Chief Justice Margaret Marshall Receives AmLaw's Lifetime Achievement Award

Choate Press Release

 | October 1, 2012

 | Margaret Marshall

Choate today announced that Margaret Marshall, Senior Counsel at the firm and former Chief Justice of the Massachusetts Supreme Judicial Court, has received a 2012 Lifetime Achiever Award from The American Lawyer for “extraordinary professional success and true dedication to public service.”  Marshall is one of eight members of the legal profession named to the class of 2012 Lifetime Achievers, all of whom will be honored at The American Lawyer Awards in New York City on October 24, 2012.

According to The American Lawyer, Marshall, who was the first female Chief Justice of the MA Supreme Judicial Court and the first female general counsel of Harvard University, has “spent her career working to ensure that courthouse doors are open to all.” 

“No one is more deserving of this Lifetime Achiever Award than Margaret Marshall.  She is truly a remarkable person and lawyer who has made historically significant contributions to Massachusetts and the entire legal profession,” said John Nadas and William Gelnaw, co-managing partners at Choate.  “She feels very strongly about the importance of allowing people to have access to justice and representation.  We are very proud of the work she has done throughout her career and is now doing here at Choate.”

During Marshall’s 14 years on the MA Supreme Judicial Court – including 11 years as Chief Justice – Marshall wrote more than 300 opinions.  She is best known for the 2003 decision in Goodridge v. Department of Public Health, which declared that the Massachusetts Constitution prohibits the state from denying same-sex couples access to civil marriage.  The ruling made Massachusetts the first state to legalize gay marriage.  In her opinion, Marshall took a strong stance against all forms of discrimination, stating that the “Massachusetts Constitution affirms the dignity and equality of all individuals.  It forbids the creation of second-class citizens.”

Marshall rejoined Choate as Senior Counsel after retiring from the Court in December 2010.  At Choate, she focuses her efforts on the firm’s extensive community outreach, pro bono and diversity programs, mentoring junior lawyers and providing senior level counsel to clients on special projects.  One of Marshall’s most important community projects is her work with Greater Boston Legal Services, where she is helping raise money for the Marshall Plan (named in her honor) which was created to help ensure that as many poor people as possible have access to legal assistance.  Over $2.4 million has been pledged so far to the Marshall Plan, enough to preserve 11 advocacy positions and provide legal services that will benefit 8,800 people who would otherwise not be served.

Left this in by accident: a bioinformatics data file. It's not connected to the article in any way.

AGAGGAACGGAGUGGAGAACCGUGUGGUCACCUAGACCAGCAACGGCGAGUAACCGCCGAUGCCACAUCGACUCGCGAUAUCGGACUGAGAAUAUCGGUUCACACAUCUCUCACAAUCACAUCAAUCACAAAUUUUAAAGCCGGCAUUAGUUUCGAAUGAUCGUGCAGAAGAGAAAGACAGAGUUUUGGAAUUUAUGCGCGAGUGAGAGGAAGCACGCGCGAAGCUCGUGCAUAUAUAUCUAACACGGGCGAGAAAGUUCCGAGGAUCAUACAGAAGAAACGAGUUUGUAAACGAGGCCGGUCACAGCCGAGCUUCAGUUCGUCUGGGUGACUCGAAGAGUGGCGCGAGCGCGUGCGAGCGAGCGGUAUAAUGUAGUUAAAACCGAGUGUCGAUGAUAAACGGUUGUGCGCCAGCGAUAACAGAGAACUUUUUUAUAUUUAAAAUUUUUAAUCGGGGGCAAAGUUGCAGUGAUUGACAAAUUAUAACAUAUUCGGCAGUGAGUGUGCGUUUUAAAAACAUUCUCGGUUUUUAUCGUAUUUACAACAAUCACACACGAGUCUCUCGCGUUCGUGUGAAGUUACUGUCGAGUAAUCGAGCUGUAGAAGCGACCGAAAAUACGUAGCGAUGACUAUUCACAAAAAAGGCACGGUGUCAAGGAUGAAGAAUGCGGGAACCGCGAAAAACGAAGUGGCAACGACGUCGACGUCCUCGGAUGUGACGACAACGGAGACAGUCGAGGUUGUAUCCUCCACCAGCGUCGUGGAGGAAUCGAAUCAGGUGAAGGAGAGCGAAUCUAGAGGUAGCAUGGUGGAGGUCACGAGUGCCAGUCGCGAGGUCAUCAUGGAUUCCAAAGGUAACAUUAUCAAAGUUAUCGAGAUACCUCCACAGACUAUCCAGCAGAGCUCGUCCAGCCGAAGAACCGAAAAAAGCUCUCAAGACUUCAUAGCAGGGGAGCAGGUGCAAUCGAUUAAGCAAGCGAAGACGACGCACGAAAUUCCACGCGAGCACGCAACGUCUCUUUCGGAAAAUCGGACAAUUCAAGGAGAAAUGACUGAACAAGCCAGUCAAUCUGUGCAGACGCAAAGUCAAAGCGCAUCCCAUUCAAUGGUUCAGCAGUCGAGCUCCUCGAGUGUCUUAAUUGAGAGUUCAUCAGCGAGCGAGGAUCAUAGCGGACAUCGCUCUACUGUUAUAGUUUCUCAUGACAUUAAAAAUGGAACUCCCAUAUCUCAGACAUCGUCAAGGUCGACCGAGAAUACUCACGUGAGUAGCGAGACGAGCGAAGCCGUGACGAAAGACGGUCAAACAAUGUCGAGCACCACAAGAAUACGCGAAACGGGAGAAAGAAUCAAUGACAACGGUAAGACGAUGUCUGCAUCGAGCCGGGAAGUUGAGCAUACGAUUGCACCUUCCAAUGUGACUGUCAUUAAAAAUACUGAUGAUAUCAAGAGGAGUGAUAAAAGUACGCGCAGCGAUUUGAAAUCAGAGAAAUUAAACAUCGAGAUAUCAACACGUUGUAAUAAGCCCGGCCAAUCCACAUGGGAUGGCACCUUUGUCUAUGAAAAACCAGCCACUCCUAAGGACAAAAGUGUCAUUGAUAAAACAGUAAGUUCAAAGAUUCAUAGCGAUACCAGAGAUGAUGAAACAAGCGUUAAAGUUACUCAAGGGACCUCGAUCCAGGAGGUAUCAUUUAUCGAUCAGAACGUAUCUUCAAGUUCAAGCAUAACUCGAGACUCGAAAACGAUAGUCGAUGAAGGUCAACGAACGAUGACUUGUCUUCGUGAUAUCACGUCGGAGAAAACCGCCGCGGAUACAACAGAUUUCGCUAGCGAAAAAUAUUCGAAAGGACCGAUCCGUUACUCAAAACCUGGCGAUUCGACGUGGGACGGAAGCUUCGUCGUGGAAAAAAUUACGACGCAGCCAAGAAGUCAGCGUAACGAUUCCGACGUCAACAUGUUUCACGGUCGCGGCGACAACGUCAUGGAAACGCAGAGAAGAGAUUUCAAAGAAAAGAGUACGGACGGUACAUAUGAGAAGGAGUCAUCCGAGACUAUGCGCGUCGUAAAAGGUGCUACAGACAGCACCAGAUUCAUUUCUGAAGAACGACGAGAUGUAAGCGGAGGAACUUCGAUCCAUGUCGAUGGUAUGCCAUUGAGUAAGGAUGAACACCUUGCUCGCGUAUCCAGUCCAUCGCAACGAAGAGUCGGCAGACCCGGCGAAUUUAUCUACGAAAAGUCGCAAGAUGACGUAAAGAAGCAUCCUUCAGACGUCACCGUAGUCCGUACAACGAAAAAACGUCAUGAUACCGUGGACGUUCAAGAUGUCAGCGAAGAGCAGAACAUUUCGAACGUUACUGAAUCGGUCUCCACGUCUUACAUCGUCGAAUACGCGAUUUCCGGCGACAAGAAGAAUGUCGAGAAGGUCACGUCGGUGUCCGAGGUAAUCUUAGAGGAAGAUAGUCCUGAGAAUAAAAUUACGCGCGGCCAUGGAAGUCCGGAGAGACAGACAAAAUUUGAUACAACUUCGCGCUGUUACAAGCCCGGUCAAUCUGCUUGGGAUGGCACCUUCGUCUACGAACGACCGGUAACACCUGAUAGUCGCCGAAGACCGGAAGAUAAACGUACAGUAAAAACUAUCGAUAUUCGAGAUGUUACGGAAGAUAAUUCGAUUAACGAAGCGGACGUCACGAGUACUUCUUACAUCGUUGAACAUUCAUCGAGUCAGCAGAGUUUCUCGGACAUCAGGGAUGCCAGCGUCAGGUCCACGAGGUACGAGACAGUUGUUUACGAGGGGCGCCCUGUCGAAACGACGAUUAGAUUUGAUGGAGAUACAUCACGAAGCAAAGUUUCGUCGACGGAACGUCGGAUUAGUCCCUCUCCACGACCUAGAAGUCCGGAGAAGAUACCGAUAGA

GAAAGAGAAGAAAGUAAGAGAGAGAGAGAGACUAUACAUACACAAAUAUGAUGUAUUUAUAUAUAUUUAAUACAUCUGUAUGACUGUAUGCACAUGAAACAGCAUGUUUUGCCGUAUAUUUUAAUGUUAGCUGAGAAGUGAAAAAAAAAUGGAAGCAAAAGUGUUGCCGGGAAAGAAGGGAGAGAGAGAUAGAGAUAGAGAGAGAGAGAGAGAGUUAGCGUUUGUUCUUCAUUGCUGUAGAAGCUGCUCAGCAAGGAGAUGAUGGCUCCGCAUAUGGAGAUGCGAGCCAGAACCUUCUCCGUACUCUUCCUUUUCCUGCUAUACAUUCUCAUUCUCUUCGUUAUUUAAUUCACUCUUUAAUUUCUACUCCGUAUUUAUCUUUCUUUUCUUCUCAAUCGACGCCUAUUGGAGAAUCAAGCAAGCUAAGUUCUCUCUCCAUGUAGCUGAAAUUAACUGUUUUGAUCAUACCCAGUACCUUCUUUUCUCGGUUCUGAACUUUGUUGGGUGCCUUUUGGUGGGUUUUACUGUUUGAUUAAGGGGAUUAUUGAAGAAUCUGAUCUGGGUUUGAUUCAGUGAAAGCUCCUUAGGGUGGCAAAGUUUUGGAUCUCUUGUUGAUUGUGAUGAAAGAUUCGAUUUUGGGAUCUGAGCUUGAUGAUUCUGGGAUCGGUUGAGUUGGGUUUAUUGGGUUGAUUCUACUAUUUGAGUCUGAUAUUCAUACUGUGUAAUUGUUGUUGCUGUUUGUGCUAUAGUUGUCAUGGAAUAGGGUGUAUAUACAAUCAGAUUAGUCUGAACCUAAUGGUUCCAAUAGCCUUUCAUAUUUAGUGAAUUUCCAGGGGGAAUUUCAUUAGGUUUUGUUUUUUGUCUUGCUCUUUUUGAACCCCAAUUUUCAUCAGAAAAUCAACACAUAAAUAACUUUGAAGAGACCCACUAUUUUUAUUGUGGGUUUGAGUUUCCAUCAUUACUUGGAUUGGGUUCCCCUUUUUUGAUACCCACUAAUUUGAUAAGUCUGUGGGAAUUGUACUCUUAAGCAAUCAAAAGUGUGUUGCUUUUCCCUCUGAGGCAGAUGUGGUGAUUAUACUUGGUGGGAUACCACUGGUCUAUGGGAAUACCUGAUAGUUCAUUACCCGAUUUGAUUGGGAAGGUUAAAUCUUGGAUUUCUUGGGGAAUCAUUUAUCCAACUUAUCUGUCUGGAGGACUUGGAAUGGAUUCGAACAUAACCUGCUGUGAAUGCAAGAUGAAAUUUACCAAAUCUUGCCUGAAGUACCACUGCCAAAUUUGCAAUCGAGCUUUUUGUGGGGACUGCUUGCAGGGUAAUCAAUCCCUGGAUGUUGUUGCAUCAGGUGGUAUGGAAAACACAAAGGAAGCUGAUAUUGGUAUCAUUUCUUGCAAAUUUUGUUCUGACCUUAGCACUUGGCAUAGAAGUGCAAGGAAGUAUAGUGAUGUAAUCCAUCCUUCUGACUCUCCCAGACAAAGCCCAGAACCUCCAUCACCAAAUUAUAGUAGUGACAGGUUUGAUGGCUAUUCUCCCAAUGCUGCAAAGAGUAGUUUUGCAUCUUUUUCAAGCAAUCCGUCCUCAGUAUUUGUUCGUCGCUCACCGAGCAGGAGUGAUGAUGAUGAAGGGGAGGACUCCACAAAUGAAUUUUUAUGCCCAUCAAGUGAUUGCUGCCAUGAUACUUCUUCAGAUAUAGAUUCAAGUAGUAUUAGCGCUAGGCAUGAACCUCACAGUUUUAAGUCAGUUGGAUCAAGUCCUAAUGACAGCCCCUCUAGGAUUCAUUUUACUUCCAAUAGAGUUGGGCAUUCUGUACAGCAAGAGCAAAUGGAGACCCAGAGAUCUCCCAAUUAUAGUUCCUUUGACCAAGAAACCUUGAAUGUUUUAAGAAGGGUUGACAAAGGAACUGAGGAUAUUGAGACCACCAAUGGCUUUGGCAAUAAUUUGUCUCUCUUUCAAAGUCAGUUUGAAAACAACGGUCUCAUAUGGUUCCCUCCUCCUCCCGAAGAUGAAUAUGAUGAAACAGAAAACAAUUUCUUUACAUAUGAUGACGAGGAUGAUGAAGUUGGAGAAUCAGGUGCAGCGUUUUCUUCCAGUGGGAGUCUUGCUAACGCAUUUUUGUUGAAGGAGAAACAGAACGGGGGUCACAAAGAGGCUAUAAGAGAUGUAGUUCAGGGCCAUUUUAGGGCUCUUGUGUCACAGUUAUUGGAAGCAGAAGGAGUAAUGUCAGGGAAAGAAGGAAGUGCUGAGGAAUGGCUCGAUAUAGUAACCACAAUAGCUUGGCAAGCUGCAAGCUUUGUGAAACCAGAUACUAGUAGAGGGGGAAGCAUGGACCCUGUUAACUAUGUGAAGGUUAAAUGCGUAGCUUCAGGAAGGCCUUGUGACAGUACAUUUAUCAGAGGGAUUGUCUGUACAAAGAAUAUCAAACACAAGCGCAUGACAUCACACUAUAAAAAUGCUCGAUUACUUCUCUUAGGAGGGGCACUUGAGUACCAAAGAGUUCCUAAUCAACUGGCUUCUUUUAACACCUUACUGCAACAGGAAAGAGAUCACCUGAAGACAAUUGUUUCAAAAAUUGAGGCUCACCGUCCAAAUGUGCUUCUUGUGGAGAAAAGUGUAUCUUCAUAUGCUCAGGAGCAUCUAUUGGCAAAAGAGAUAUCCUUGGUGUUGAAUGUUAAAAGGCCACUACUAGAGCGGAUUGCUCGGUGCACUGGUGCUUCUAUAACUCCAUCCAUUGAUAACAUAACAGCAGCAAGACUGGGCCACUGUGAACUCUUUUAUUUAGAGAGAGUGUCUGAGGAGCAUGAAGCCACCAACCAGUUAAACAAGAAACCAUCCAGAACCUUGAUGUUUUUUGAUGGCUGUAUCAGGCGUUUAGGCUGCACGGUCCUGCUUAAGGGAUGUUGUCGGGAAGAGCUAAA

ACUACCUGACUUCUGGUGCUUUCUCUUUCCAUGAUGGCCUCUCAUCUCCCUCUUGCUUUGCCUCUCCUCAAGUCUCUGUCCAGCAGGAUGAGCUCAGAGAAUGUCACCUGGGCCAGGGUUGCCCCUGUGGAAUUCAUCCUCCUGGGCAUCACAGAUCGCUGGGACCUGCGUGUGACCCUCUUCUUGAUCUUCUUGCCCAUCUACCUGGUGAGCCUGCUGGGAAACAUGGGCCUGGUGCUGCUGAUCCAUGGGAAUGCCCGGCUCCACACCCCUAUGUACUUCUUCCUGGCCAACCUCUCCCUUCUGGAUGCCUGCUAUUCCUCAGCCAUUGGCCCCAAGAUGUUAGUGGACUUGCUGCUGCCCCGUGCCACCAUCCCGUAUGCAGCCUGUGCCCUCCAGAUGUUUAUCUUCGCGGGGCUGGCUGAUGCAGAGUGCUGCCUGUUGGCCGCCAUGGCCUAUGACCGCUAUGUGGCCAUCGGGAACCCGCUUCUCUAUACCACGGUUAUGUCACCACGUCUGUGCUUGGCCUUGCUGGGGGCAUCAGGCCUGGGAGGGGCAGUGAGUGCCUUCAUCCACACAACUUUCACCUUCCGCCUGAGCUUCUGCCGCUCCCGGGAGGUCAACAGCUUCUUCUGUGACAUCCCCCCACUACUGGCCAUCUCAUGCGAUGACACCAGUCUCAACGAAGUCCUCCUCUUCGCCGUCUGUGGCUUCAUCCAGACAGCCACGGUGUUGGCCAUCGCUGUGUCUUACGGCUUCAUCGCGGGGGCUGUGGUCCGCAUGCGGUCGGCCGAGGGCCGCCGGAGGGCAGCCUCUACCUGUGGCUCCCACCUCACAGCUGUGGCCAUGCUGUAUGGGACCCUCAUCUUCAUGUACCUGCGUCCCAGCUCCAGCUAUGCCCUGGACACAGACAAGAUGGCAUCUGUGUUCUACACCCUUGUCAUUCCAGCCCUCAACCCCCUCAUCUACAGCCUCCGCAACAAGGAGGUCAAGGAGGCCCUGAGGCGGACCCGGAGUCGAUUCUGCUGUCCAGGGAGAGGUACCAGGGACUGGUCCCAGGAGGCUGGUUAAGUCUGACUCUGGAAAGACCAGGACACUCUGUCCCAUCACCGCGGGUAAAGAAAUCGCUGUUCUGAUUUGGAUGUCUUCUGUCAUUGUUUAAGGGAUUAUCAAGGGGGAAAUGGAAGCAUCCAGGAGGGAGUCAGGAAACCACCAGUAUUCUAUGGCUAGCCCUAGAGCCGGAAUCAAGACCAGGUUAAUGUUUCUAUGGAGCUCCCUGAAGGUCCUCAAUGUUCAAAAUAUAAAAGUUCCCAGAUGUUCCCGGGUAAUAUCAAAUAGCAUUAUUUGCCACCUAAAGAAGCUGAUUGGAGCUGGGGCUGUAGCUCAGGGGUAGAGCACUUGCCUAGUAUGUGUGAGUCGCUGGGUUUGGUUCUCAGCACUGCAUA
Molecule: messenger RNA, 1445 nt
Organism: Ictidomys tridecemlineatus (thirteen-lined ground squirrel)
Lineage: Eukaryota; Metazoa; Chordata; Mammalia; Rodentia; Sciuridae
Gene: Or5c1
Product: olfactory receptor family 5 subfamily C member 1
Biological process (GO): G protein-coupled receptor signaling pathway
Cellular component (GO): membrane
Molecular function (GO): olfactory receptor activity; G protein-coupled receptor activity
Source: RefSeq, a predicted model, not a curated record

Following her graduation from Yale Law School, Marshall practiced law for 16 years in Boston and was a partner at Choate.  In 1992, she became Vice President and General Counsel of Harvard University.  In 1996, she was appointed as an Associate Justice of the Supreme Judicial Court and was named Chief Justice in September 1999. 

Marshall served as president of the Boston Bar Association from 1991 to 1992, president of the United States Conference of Chief Justices from 2008 to 2009, and chair of the Board of the National Center for State Courts.  Marshall is a member of the Council of the American Law Institute, and a fellow of the American Academy of Arts and Sciences.  She served as a fellow of the Yale Corporation from 2004 to 2010.  Marshall currently serves as a trustee to the Yale Corporation.  She has received many honorary degrees and other professional awards. 

Born and raised in South Africa, Marshall received her undergraduate degree in 1966 from the University of the Witwatersrand in Johannesburg.  She spent three years as president of the National Union of South African Students, a leading anti-apartheid organization.  She moved to Boston in 1966 to attend Harvard University, where she received her master’s degree in education in 1969.  Marshall received her JD from Yale Law School in 1976.

 

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